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County affirms 100-year-old quarry has vested rights

Photo Elliott Burr/Town Crier A standing-room-only crowd listens as the Santa Clara County Board of Supervisors affirms a local limestone quarry's vested rights to mine the land.

 

The Lehigh Southwest Cement Plant limestone quarry – widely supported but just as contested – will not have to secure a use permit for several parcels within its 2,000-plus acreage, the Santa Clara County Board of Supervisors ruled last week.

*Note: this version of the article has been updated to reflect corrections to particular hearing dates scheduled.*

At a standing-room-only hearing Feb. 8, supervisors unanimously affirmed the century-old quarry’s operators vested right to mine 13 parcels purchased before 1948, prior to county zoning laws that would require use permits. Lehigh is located on unincorporated county land adjacent to Los Altos and Cupertino.

The five supervisors recognized that the company has mined – or had the intent to mine – the parcels consistently since the 1930s, despite a change in ownership.

“What the county did ... was to once again certify that our use on those parcels was legally nonconforming,” Lehigh’s land-use specialist Marvin Howell said in an interview after the hearing. He added that vested rights “flow with the land, not the ownership.”

Los Altos Hills resident Bill Almon, founder of watchdog group QuarryNo, said he was disappointed in the county’s actions.

“All the supes did was kick the can down the road,” he said. “With vesting, the county gave away its ability to monitor (the facility). … The problems are still there.”

District 1 Supervisor Mike Wasserman explained that although the county grandfathered the land, Lehigh is not exempt from environmental guidelines.

“‘Vested’ rights doesn’t mean it can break the law,” said Wasserman, echoing one Lehigh supporter who spoke during the public hearing. “Any approval by the county is subject to compliance by the applicant to state and federal regulations.”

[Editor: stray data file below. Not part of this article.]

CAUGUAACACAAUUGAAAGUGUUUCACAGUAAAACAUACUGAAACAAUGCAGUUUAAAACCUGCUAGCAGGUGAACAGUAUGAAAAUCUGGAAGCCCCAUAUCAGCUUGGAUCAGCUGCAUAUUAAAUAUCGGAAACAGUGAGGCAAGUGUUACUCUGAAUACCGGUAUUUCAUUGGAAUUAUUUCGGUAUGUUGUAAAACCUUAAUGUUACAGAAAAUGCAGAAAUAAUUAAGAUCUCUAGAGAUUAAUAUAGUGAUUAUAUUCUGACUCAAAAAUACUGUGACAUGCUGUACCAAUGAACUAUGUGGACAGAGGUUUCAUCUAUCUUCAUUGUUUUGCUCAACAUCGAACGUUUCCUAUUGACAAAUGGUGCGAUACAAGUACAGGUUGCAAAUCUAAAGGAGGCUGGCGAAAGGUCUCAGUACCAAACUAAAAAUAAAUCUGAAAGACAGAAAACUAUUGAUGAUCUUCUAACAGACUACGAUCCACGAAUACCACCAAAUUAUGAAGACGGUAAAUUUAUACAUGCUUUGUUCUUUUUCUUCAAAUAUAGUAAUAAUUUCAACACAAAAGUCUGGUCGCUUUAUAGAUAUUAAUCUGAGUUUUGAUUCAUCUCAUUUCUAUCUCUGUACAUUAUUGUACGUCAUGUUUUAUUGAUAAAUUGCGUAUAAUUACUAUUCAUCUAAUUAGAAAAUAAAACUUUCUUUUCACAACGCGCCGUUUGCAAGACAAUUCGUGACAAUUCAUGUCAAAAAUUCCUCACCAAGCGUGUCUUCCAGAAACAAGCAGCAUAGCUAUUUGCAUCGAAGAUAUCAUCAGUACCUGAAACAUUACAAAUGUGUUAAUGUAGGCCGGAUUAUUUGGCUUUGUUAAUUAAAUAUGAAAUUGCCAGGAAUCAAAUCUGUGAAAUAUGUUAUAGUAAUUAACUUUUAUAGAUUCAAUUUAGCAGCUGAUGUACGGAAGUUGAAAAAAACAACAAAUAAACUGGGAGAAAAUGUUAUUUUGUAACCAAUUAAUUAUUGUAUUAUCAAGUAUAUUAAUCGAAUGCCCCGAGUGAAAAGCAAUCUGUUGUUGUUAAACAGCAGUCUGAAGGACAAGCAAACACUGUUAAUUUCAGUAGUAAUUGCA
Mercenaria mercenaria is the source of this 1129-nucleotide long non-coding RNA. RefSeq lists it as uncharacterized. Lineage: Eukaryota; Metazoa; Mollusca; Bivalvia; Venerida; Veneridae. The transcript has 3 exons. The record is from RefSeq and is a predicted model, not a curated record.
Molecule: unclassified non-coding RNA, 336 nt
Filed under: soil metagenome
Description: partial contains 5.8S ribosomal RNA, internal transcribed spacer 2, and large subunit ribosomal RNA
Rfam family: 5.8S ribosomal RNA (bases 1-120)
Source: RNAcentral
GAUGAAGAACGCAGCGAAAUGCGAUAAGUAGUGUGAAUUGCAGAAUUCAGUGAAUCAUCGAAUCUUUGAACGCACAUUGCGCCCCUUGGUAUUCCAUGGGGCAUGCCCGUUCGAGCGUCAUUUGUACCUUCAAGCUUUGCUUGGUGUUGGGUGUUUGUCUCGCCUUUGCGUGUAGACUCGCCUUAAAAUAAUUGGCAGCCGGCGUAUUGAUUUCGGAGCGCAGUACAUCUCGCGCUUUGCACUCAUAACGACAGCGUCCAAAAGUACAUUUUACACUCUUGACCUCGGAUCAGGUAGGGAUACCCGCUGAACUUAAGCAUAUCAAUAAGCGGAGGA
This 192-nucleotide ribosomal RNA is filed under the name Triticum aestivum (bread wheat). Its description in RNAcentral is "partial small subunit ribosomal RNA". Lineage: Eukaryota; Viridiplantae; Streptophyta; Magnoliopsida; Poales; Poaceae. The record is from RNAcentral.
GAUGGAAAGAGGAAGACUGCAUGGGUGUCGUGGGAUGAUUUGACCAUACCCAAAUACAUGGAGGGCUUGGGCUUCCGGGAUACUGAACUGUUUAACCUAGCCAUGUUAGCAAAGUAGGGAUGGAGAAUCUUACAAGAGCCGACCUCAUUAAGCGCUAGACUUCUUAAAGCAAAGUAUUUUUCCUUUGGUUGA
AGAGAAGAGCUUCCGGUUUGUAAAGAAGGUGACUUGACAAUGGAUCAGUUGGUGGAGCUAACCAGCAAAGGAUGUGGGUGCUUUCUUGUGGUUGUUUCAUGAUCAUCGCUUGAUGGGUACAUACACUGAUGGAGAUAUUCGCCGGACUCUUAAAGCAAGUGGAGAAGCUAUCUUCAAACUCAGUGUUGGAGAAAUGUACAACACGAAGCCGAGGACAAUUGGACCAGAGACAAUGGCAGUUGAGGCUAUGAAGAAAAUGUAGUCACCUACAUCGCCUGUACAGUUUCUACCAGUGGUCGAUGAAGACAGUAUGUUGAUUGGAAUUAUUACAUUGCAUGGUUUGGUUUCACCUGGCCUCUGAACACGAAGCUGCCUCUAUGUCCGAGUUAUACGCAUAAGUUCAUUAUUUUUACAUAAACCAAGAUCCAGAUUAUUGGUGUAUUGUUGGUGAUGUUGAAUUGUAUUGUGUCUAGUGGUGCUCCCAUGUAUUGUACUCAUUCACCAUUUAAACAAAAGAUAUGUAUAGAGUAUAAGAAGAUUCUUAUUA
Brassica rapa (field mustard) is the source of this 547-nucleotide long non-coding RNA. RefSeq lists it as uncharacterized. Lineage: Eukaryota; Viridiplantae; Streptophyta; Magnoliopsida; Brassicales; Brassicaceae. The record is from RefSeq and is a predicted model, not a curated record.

County supervisors last week addressed the extent of the quarry’s vested rights. Several of the 119 public speakers listed environmental and health concerns, but supervisors limited decisions to land-use issues.

Howell acknowledged the cement company’s plan to expand its mining operations to a second pit and the need for a use permit to do so. An Environmental Impact Report for what the company has called its “comprehensive reclamation plan” is scheduled for release within sometime in fall 2011 and a public hearing is scheduled for winter 2011.

An EIR for the quarry's East Material Storage Area is scheduled for release in May, and a hearing for summer 2011.

The Environmental Protection Agency last year accused Lehigh of Clean Air Act violations stemming from equipment changes made in the late 1990s that allegedly increased sulfur and nitrogen-dioxide emissions.

The company said it has since reduced mercury emissions by 25 percent and plans further reductions through implementation of new technology.

Still, many community members aren’t happy with allegedly harmful benzene, arsenic, chromium and mercury emissions, which Bay Area Air Quality Management District officials have said don’t exceed public notification thresholds. The cement plant is also subject to regulation by state and federal agencies.

“If there’s anything that’s grandfathered, it’s the right to breathe fresh air,” said one resident who spoke at the hearing.

Howell said he and his company “look forward to working with the community on the reclamation plan.”

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